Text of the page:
Grain-free pet food is the latest craze sweeping the pet industry – diets that are free from grain ‘fillers’ and thus seen as more natural and healthier. But is this really the case?
Having a healthy pet often starts in the food bowl. Our furry friends are a part of the family, and so they deserve the best. But what is the best? There are so many specialty foods, brands and prices that it’s hard to know what your pooch or kitty needs.

At the end of the day – like you – your pet needs a complete diet. Deficiencies can result in disease, decreased energy and shorter life expectancy – so we know that a healthy diet is essential.

Please know that this is not a blog trying to poo-poo grain-free diets – they certainly have a place in the nutrition world and in many cases it is a step in the right direction. What we’re trying to do is keep you informed so you can make the best decisions for your animal’s health.

The first thing we should understand is why are people keen on grain-free pet foods, and the truth behind the perceived benefits?

Before we start however, let’s clear up a couple of things:

  1. Grains are not the only carbohydrates in pet food.
  2. Carbohydrates include cereal/grains, starch (potatoes), glucose/fructose (fruits).
  3. Carbohydrates as a whole are the main concerning content in pet food as they provide the majority of calorie content.

So, why are grain-free pet foods so popular, and what’s the truth behind them?

Grains are fillers in pet food that offer minimal nutritional value, and are just present to keep the cost low.

In many cases this is true. Many cereals and carbohydrates used in cheaper dog foods are a bi-product of human-related processing activities and thus are a cheap, convenient filler for dogs. These cheaper foods can contain up to four times the amount of carbohydrates compared to meat. Dogs and cats did not evolve to process this much, but they have evolved to eat some (see next point). In essence, you pay for what you get. But there are many GOOD grains that are a great source of macro and micro nutrients, and are fundamentally important to diets IN MODERATION. This includes corn, oats, quinoa, barley and buckwheat.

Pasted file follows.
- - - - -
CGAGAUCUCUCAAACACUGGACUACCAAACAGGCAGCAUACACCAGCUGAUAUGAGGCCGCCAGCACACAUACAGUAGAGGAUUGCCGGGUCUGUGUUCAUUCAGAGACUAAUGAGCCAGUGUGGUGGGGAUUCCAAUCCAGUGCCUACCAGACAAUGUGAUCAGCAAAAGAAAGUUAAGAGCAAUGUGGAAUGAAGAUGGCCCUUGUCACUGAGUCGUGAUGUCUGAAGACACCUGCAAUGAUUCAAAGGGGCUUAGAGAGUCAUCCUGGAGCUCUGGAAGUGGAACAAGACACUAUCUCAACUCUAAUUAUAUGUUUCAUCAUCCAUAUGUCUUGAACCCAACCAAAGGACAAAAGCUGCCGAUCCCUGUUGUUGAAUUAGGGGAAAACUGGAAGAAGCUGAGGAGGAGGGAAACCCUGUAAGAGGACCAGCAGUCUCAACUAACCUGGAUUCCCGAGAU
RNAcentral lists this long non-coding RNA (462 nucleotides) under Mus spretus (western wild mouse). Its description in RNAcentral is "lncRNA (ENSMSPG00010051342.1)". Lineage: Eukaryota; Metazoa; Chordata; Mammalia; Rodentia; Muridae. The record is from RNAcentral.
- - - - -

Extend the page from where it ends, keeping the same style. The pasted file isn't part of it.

Grain-free pet foods do not contain these important sources of nutrients, so you have to ensure any grain-free diet you get has been supplemented with the right stuff.


Grain-free pet food is more natural – wolves and other dog ancestors never ate grain and cats are carnivores!

First things first – dogs evolved from wolves and such to be domesticated with humans over 30,000 years ago. They are not wolves. They have evolved several genes that allow them to produce enzymes to break down carbohydrates and grains – though not the enzymes to break down lactose.

Also remember that both dogs and cats do ingest grains whenever they eat live prey. When consuming herbivores they eat the whole animal; stomach contents included – and this can be 30-40% the prey’s body weight! Carbs (and thus grains) are natural. What isn’t natural is >40% of their diet being carbs.


Grains cause food allergies.

Food allergies in pets are certainly on the rise, especially in our canine friends. In a study of 297 dogs with food allergies the most common cause of food allergies was actually beef products (34% animals affected), followed by dairy (17%), chicken (15%) and then wheat (13%). So yes, animals can get an allergy to grains, but surprisingly it’s actually far more likely to be the protein content of their diet that is to blame.


Grain-free pet food is low in carbohydrates.

This is certainly not true for all diets, especially your cheaper brands. If you took out all your carbs, you’d be paying for beef jerky (and beef jerky is not cheap). So if you’re still paying a low price, but there isn’t any grain ‘filler’ in there, then what have they added to make it so cheap? The answer 9 times out of 10 is potato. As a chip addict, I can confirm that potato does not hold significant nutritional value. It is a filler. You’re essentially swapping one filler for another. If you look at the ingredients and it says ‘vegetables’ or ‘vegetable proteins’, the vague nature should be warning enough. It’s just hiding the fact that you’re getting a 50% potato or low-quality veggie waste diet. The premium grain-free diets are much better balanced to their supermarket counterparts as they’ll use products like tapioca, peas, split beans, carrot and sweet potato to make up that calorie content.

Take home messages:

  • High carbohydrate meals are the issue, not necessarily high grain
  • You pay for what you get
  • Cheap grain-free food just replaces grain for low-quality starch. This is not better
  • Dogs and cats have evolved to have carbs (including grains) but IN MODERATION
This has been my understanding of the grain-free phenomenon sweeping the nation, but I’d love to hear from you about any thoughts or concerns.

Until next time, have a great day!

Dr Tina

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